The Vatican has urged governments, ship owners and international organisations to ensure that seafarers’ wellbeing and safety are protected, and their human rights respected.
In a message for Sea Sunday on 11th July, the Vatican said seafarers are a vital part of the world’s economy, who continued doing their essential work throughout the Covid-19 pandemic, delivering cargo as well as critical medical equipment and medicines to support the fight against the spread of the virus.
Yet despite a global drive to classify seafarers as ‘key workers’, not all countries had taken steps to recognise them as such, nor had they implemented a clear policy to vaccinate seafarers.
One on hand, the Vatican said, the maritime industry was highly globalised but, on the other, seafarers’ rights and protection were fragmented between several players who were often not accountable to any higher regulation or authority.
It was estimated that in September 2020, some 400,000 seafarers were stuck at sea, because travel restrictions due to Covid-19 prevented them from being repatriated, which resulted in the crew change crisis.
The numbers of seafarers stranded at sea have reduced by half now, but those still unable to return home and being asked to work beyond their contracts continue to experience enormous physical and psychological stress.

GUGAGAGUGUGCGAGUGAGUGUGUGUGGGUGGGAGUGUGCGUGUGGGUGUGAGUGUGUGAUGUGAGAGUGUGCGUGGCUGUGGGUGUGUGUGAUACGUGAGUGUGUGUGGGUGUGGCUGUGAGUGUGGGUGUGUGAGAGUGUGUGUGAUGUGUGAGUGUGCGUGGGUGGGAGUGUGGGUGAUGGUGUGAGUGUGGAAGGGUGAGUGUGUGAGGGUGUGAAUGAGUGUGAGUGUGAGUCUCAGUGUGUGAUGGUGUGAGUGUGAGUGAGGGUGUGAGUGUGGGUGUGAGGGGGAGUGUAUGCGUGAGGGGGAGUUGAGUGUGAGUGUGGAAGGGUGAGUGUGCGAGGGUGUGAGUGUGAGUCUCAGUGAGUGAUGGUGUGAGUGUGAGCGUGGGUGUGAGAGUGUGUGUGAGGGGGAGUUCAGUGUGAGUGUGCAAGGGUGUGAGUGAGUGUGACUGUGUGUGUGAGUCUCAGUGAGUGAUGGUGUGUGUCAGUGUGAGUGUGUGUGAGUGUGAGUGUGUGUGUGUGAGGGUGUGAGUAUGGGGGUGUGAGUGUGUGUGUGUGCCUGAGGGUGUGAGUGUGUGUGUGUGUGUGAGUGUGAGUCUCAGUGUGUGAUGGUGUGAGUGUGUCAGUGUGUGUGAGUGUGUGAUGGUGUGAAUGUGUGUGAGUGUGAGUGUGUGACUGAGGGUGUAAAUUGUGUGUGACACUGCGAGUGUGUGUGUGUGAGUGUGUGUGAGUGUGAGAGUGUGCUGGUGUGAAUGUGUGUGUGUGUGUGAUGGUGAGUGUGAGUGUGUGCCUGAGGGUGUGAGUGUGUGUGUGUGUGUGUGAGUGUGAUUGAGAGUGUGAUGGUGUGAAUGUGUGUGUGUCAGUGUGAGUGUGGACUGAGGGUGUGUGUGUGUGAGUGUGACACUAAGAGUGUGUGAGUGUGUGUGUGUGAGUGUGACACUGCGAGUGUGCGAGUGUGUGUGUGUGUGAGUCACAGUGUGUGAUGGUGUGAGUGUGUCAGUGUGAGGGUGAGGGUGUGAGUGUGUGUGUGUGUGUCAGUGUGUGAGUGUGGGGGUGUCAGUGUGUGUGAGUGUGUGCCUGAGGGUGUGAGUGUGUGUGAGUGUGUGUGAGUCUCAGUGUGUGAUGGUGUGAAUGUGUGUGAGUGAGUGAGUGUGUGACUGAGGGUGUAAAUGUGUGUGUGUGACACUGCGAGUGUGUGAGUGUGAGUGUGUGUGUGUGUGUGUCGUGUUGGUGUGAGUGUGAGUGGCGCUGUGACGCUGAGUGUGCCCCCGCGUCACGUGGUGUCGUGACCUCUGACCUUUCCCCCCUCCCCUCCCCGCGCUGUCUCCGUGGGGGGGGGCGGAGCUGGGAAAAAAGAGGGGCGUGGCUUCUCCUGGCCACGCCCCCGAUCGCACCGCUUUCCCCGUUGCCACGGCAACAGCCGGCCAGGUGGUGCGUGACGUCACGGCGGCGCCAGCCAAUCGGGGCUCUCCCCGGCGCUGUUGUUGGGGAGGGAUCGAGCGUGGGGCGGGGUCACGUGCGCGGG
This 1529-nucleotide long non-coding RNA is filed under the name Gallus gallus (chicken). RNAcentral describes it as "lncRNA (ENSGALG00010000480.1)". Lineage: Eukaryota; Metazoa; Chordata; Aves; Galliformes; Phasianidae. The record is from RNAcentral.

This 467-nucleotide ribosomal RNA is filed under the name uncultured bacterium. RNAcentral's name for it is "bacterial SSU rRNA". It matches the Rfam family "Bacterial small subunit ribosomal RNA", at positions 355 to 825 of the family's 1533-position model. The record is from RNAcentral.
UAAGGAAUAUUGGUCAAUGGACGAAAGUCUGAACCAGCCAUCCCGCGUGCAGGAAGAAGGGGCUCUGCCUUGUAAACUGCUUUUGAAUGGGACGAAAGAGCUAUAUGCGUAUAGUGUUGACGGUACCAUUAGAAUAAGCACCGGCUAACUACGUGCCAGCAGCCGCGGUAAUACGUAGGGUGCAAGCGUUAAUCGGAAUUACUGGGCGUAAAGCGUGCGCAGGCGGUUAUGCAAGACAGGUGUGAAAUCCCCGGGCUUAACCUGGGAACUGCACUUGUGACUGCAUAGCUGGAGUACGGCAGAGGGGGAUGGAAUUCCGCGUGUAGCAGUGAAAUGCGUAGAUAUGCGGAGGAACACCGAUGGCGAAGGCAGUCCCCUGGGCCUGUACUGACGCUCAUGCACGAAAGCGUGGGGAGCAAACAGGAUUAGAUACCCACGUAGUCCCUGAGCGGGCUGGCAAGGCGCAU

“We would like to invite the maritime industry to learn to act as one by facilitating crew changes and vaccinations and strengthening the implementation of international standards to enhance and protect the human and working rights of the People of the Sea,” said Cardinal Peter K. A. Turkson, head of the Vatican’s Dicastery for Promoting Integral Human Development.
He appealed to ships owners, management companies, agents and recruiters to regard crew members as more than a “labour force” and called for the development of working practices based on human dignity “to improve the mental, physical and spiritual wellbeing of seafarers”.
Cardinal Turkson said that seafarers’ lives and safety were also being put at risk by pirate attacks and the increase in violence against crew, especially in the Gulf of Guinea.
He called on governments and international organisations to determine long-lasting solutions to the scourge of piracy. “Ship owners should adopt all requisite preventative measures to ensure the safety not only of ships and their cargo, but especially that of seafarers,” he said.
On the issue of seafarer abandonment, the Vatican said it was crucial that countries enforced in full the Maritime Labour Convention (MLC 2006), which entered into force in 2017.
Abandoned seafarers, deprived of their wages and necessities, faced inhumane conditions and their families suffered devastating financial consequences.
The Vatican said figures from The International Transport Worker’s Federation, show that the numbers of ships abandoned doubled from 40 in 2019, to 85 in 2020.
New obligations under MLC 2006 require shipowners to have compulsory insurance to cover abandonment of seafarers, as well as claims for death or long-term disability.
The Vatican said throughout the pandemic, global seafarers’ charity Stella Maris (formerly known as Apostleship of the Sea), with its worldwide network of chaplains and ship-visiting volunteers had always been and continued to be at the service of seafarers and fishers.
“They are present in their lives, constantly adapt their ministry to changing circumstances and address seafarers’ spiritual and material needs,” said Cardinal Turkson.